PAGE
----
Policeman sensationally links Playboy Bunny Murders to Yorkshire Ripper

A murder of a Playboy Bunny remains unsolved nearly 50 years later – and now a sensational new theory has emerged.

Eve Stratford, a bunny girl at the notorious Playboy Club in London’s Park Lane was found dead in her East London flat in 1975. A number of suspects, including her rocker boyfriend Tony Priest were questioned and ruled out.

Police investigated the possibility that Eve had been targeted because, shortly before her death, she had appeared topless on the cover of Mayfair magazine.

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Alongside a number of full-frontal pictures inside, the 21-year-old was quoted as saying that she liked to be dominated in bed but that she didn’t like to be “whipped or tied up”. Her killer had tied her up with her own underwear before slashing her throat repeatedly with a knife.

One detective investigating the case said that Eve's Leyton flat was one of the most horrific murder scenes they had ever seen. Eve’s death was tentatively linked to a number of other murders, including that of Lynne Weedon – where DNA evidence conclusively showed they had been raped by the same attacker shortly before their deaths.

Lynne Weedon had been murdered six months after Eve's death. The 16-year-old's skull had been fractured with a blunt object before she was raped and left for dead on the grounds of an electricity substation. She died in hospital a few days after she was found, without ever regaining consciousness.

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Chris Clark, former police intelligence officer turned author told investigative reporter Marcel Theroux of a sensational theory linking the murders to Peter Sutcliffe. He explained: “There were so many murders of unaccompanied women in the 1970s. I condensed them and I looked at Peter Sutcliffe – he seemed to be the common denominator.

Sutcliffe, the so-called Yorkshire Ripper, was convicted of 13 sexually-motivated murders, with a further seven attacks on women. But Chris Clark believes there are many more victims. “My research has found another 40 murders and attacks,” he said.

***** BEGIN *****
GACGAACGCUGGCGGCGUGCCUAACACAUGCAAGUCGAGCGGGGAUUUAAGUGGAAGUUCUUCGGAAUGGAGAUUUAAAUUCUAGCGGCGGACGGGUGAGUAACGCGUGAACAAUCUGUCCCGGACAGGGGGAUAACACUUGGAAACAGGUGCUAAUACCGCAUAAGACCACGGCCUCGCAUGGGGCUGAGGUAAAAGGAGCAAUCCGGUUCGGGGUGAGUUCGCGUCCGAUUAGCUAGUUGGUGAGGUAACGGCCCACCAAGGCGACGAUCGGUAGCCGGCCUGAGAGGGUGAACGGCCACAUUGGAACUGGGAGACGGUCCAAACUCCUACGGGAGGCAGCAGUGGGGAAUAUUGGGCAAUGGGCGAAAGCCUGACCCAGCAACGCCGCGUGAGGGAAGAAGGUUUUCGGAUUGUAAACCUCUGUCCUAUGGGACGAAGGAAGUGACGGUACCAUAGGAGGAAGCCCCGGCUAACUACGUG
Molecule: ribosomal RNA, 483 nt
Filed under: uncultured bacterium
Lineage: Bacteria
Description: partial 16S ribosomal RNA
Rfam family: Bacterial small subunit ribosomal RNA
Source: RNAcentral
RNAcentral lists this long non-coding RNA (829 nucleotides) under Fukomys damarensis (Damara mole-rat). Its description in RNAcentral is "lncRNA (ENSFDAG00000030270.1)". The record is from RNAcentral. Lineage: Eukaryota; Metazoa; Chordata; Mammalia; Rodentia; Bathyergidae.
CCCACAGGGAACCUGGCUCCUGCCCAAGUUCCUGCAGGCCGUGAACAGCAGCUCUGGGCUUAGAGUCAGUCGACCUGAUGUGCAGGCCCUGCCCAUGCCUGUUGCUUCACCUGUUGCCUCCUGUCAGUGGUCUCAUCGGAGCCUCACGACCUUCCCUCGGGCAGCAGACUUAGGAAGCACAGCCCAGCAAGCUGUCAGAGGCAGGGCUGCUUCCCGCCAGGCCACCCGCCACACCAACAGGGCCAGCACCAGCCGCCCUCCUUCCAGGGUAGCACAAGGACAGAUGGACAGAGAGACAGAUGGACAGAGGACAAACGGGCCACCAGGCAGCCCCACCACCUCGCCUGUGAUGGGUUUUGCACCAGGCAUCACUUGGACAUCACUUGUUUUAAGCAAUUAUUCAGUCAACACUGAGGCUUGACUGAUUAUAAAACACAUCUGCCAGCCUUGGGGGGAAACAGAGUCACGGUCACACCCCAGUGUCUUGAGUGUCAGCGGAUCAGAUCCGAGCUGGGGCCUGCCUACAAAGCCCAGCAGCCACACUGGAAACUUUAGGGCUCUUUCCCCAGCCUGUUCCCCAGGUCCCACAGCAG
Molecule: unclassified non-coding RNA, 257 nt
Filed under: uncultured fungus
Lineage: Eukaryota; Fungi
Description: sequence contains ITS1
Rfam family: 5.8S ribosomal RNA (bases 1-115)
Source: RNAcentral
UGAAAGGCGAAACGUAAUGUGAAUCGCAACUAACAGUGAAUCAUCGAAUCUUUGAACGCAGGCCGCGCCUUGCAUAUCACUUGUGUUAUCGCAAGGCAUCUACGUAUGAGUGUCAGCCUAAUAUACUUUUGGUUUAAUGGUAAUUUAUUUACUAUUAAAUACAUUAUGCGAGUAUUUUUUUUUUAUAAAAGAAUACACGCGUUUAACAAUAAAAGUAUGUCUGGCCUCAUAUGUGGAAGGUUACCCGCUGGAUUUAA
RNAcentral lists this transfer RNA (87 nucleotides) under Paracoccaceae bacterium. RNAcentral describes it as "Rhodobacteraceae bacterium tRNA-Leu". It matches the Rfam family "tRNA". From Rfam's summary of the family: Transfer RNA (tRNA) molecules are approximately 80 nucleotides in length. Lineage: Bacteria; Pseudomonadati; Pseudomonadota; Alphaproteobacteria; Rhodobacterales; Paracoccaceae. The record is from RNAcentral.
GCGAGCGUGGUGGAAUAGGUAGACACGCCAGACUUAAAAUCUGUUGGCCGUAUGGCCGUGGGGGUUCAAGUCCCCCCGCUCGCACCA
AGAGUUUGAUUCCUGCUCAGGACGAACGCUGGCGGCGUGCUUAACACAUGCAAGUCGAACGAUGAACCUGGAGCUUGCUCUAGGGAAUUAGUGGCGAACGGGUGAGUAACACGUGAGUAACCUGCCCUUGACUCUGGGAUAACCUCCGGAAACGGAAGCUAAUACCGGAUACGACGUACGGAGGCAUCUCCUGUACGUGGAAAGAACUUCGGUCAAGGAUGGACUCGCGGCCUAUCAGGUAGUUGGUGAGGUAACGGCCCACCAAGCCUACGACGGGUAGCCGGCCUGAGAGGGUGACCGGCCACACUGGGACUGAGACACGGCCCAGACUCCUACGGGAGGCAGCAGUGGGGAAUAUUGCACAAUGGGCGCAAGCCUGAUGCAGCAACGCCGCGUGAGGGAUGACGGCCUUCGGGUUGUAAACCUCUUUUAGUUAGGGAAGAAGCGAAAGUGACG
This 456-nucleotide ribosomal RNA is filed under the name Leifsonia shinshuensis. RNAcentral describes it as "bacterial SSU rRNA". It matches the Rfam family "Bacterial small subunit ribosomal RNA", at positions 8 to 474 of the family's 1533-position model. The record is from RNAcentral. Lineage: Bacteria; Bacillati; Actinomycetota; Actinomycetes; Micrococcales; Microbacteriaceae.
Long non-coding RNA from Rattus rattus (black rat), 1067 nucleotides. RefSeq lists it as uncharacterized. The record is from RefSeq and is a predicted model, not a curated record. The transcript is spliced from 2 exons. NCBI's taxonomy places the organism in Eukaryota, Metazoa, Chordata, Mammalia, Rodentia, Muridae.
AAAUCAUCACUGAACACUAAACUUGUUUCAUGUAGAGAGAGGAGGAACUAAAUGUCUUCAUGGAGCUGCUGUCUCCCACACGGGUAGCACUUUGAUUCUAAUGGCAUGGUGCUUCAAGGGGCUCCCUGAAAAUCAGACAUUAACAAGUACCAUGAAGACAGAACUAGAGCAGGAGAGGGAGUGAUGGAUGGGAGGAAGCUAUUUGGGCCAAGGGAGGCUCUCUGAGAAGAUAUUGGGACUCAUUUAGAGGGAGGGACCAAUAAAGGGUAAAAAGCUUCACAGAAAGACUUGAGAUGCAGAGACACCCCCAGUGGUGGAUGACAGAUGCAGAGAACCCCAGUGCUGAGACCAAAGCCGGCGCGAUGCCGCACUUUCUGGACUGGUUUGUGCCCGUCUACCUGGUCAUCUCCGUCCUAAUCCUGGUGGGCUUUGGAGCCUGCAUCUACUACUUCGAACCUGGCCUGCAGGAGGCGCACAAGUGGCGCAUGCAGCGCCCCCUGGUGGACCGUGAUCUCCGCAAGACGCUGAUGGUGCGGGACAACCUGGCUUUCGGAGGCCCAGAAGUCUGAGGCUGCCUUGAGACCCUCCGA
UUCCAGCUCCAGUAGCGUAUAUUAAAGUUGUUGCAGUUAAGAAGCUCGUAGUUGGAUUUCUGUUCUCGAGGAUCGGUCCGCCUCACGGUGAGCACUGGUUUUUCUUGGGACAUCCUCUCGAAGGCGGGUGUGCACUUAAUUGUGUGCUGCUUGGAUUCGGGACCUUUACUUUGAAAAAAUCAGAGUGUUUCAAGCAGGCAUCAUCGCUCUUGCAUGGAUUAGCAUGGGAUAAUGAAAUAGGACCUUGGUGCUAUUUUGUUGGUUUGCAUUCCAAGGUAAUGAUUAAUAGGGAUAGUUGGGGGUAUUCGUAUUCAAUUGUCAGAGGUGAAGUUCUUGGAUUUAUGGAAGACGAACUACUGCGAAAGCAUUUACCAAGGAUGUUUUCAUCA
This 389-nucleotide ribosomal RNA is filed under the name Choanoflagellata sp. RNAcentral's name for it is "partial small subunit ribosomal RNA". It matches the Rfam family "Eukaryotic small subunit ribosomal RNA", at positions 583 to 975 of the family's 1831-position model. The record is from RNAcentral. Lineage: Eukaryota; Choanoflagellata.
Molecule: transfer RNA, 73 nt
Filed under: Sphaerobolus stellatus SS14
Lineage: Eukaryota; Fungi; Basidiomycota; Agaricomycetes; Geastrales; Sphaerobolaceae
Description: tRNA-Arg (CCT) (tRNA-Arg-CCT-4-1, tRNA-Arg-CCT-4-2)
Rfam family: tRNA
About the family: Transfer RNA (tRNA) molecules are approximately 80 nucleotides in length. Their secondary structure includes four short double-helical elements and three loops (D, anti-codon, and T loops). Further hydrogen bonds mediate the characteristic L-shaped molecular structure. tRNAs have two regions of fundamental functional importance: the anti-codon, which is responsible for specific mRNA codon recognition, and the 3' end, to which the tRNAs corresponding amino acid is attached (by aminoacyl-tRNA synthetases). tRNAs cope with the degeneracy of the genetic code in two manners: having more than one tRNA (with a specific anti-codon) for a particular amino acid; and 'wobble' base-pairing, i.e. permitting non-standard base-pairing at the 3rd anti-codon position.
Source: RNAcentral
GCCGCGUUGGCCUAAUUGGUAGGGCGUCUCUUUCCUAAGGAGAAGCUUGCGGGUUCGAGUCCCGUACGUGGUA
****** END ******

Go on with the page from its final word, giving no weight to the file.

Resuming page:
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He’s not alone in thinking that the feared Ripper could have been involved in the London murders. One bunny girl had even contacted the police to tell them about her suspicion that Sutcliffe was involved.

While the crimes of which Sutcliffe was convicted were centred around the Leeds and Bradford areas, Chris says it’s very possible that the killer could have committed crimes in other regions.

Sutcliffe’s girlfriend Sonia, later to become his wife, had a sister who lived in Alperton, West London, at the time of the murders. Family get-togethers put Sutcliffe in London at around the times of both Eva’s and Lynne Weedon’s deaths.

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And, while the Ripper murders were typically the kind of blow to the head that killed Lynne Weedon, in some cases he had also slashed his victims’ throats, in the same way that Eva was mutilated.

But there is a problem with Chris’s theory: the DNA evidence that ties Lynne’s and Eva’s murders together. A sample of Sutcliffe’s DNA is on file in the National DNA database, and it would seem likely that any similarity would have been flagged up.

But he's undeterred, saying that DNA evidence has been botched before. He says that Sutcliffe's involvement in the unsolved murder of hitchhiker Barbara Mayo was wrongly ruled out because of unreliable DNA evidence.

He said: "It became quite clear to me that Barbara's clothing had been taken out of it's bag, cleaned and handled by a number of people before being worn by a woman for the reconstruction, this was then replaced in its bag for a further 26 years before Derbyshire Police tested it."

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